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The Looming Financial Crisis in Long-Term Care for Older Americans

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Millions of Families Face Financial Ruin as Costs of Long-Term Care Skyrocket

Margaret Newcomb, a retired French teacher, is struggling to protect her retirement savings as she cares for her husband with severe dementia. Feylyn Lewis sacrificed her career to care for her mother after a stroke, resulting in significant debt. Sheila Littleton had to abandon her grandfather at a psychiatric hospital to force the system to provide care. These stories are just a glimpse into the daunting choices millions of families are facing as the costs of long-term care continue to rise.

The Rising Costs of In-Home Care, Assisted Living, and Nursing Homes

The escalating costs of in-home care, assisted living facilities, and nursing homes are devouring the savings and incomes of older Americans and their relatives. The price tag for long-term care is reaching a half-trillion dollars a year, outpacing inflation. The population of Americans 65 and older is projected to increase by over 50% by 2050, further exacerbating the challenges.

The United States' Inadequate Long-Term Care System

Unlike other wealthy countries, the United States lacks a coherent system of long-term care. The private market for long-term care insurance has shrunk due to rate hikes by insurers. Labor shortages make it difficult for families to find caregivers. The cost of assisted living facilities has become unaffordable for many middle-class Americans, who must deplete their assets to qualify for government-funded nursing home care.

The Financial Burden on Families

Data from the Health and Retirement Study reveals that approximately 8 million older Americans have dementia or difficulty with daily tasks, and nearly 3 million have no assistance at all. Most rely on family members or friends for care. The United States devotes less of its GDP to long-term care than other wealthy countries, and its overall health spending is also lacking in support for long-term care.

The Inadequacy of Medicare and Medicaid

Medicare covers medical care costs for older Americans but only provides limited coverage for home aides or nursing home stays during recovery periods. Medicaid covers long-term care in nursing homes but only for the poor. Middle-class individuals must exhaust their assets to qualify, leaving them with minimal income and assets. Spouses are also subject to financial burdens.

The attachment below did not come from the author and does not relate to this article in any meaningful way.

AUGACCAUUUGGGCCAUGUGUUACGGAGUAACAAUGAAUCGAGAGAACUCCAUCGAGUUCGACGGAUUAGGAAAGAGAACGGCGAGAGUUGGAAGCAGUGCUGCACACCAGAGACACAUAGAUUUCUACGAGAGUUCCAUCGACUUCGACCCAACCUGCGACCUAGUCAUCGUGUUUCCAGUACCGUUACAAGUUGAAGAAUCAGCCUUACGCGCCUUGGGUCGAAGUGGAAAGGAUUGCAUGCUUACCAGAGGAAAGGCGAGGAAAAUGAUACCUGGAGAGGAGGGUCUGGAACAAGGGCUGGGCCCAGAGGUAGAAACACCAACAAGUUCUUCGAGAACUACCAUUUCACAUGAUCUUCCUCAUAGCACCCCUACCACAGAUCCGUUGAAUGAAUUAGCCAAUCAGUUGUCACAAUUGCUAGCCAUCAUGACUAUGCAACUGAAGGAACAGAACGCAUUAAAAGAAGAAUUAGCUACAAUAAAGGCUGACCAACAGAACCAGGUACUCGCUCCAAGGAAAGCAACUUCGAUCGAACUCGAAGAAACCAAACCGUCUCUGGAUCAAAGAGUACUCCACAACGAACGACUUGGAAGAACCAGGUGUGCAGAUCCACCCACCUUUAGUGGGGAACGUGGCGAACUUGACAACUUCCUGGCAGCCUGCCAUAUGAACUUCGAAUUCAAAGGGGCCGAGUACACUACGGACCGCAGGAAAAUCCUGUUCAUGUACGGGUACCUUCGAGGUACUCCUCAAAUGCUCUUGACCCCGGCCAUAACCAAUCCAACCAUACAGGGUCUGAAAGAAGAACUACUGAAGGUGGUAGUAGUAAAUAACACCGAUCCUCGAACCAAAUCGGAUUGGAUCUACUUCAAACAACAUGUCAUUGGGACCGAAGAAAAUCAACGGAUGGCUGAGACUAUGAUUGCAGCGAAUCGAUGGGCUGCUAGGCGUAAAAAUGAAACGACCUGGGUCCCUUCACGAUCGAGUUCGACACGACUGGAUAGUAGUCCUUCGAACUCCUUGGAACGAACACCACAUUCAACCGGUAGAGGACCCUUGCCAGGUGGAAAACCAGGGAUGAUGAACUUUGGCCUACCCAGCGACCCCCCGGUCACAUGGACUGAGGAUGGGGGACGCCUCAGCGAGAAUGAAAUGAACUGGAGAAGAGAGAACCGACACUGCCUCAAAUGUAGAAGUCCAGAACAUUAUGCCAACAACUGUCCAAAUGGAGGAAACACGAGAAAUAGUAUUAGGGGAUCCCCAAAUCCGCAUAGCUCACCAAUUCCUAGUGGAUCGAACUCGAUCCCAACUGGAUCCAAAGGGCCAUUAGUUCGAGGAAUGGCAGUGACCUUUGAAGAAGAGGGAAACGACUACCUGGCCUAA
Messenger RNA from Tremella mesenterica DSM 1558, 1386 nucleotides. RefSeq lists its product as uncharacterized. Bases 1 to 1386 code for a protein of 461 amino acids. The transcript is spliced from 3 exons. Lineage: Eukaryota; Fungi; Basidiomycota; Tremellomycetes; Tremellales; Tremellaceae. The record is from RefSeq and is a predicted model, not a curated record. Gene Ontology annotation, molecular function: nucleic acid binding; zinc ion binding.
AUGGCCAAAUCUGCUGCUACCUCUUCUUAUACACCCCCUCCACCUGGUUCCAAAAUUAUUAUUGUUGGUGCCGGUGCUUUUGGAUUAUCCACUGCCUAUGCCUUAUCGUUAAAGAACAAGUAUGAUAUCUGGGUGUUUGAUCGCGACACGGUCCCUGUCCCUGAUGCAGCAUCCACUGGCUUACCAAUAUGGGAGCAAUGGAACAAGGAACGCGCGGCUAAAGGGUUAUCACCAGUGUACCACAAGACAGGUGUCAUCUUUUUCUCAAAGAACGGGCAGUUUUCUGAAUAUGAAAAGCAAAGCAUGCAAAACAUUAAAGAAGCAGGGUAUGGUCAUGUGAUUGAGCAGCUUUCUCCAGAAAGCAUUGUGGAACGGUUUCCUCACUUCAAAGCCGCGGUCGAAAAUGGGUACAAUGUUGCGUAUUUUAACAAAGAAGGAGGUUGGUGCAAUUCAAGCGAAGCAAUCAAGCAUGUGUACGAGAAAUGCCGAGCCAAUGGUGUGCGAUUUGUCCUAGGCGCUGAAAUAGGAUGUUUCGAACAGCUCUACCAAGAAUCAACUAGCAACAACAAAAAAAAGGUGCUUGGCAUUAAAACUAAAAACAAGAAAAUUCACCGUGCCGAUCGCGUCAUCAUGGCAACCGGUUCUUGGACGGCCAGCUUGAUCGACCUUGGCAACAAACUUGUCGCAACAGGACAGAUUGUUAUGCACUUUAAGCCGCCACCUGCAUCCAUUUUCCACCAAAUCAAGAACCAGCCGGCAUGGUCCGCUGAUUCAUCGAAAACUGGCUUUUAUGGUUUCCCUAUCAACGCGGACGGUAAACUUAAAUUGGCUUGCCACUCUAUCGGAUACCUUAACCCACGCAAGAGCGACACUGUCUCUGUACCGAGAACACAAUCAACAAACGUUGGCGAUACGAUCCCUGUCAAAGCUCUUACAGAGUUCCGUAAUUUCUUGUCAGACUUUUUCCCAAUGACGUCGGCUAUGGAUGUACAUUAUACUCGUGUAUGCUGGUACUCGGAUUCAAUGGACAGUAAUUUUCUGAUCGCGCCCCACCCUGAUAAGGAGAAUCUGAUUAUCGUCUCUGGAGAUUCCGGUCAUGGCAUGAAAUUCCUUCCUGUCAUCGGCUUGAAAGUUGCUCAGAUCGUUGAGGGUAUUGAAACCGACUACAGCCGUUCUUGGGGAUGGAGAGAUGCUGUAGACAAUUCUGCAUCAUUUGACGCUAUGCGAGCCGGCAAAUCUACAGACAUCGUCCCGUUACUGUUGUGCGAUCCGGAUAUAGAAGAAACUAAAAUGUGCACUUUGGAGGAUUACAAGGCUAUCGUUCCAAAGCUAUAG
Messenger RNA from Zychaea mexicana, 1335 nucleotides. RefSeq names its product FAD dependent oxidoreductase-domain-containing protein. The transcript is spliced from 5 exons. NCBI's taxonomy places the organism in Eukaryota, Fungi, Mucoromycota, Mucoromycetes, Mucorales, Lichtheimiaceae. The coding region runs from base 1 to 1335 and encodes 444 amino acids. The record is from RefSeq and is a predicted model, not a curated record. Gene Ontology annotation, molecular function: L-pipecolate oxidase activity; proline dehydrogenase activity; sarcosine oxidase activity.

The Need for a National Long-Term Care System

Efforts to establish a national long-term care system have failed, with Democrats advocating for stronger federal subsidies and improved wages for caregivers. The Biden administration's $150 billion proposal for in-home and community-based services was dropped from the Build Back Better Act. Republicans argue that individuals need to save for their future care.

The Soaring Prices of Private Companies

The boomer generation is reluctant to enter nursing homes and instead seeks care in assisted living centers. For-profit companies and private equity funds are capitalizing on this market, with some facilities costing at least $54,000 a year. Home care is also expensive, with agencies charging about $27 an hour. The rising number of individuals with dementia has further increased costs.

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The Burden on Women as Caregivers

Women bear the brunt of caregiving responsibilities, often sacrificing their careers and experiencing lost wages. The toll of caregiving on children is significant, as they watch their parents decline and face the financial burden of care. The median lost wages for women providing intensive care for their mothers is $24,500 over two years.

The looming financial crisis in long-term care is a pressing issue for older Americans and their families. As the costs continue to rise and the system remains inadequate, it is clear that action is needed to ensure that individuals can receive the care they need without facing financial ruin.

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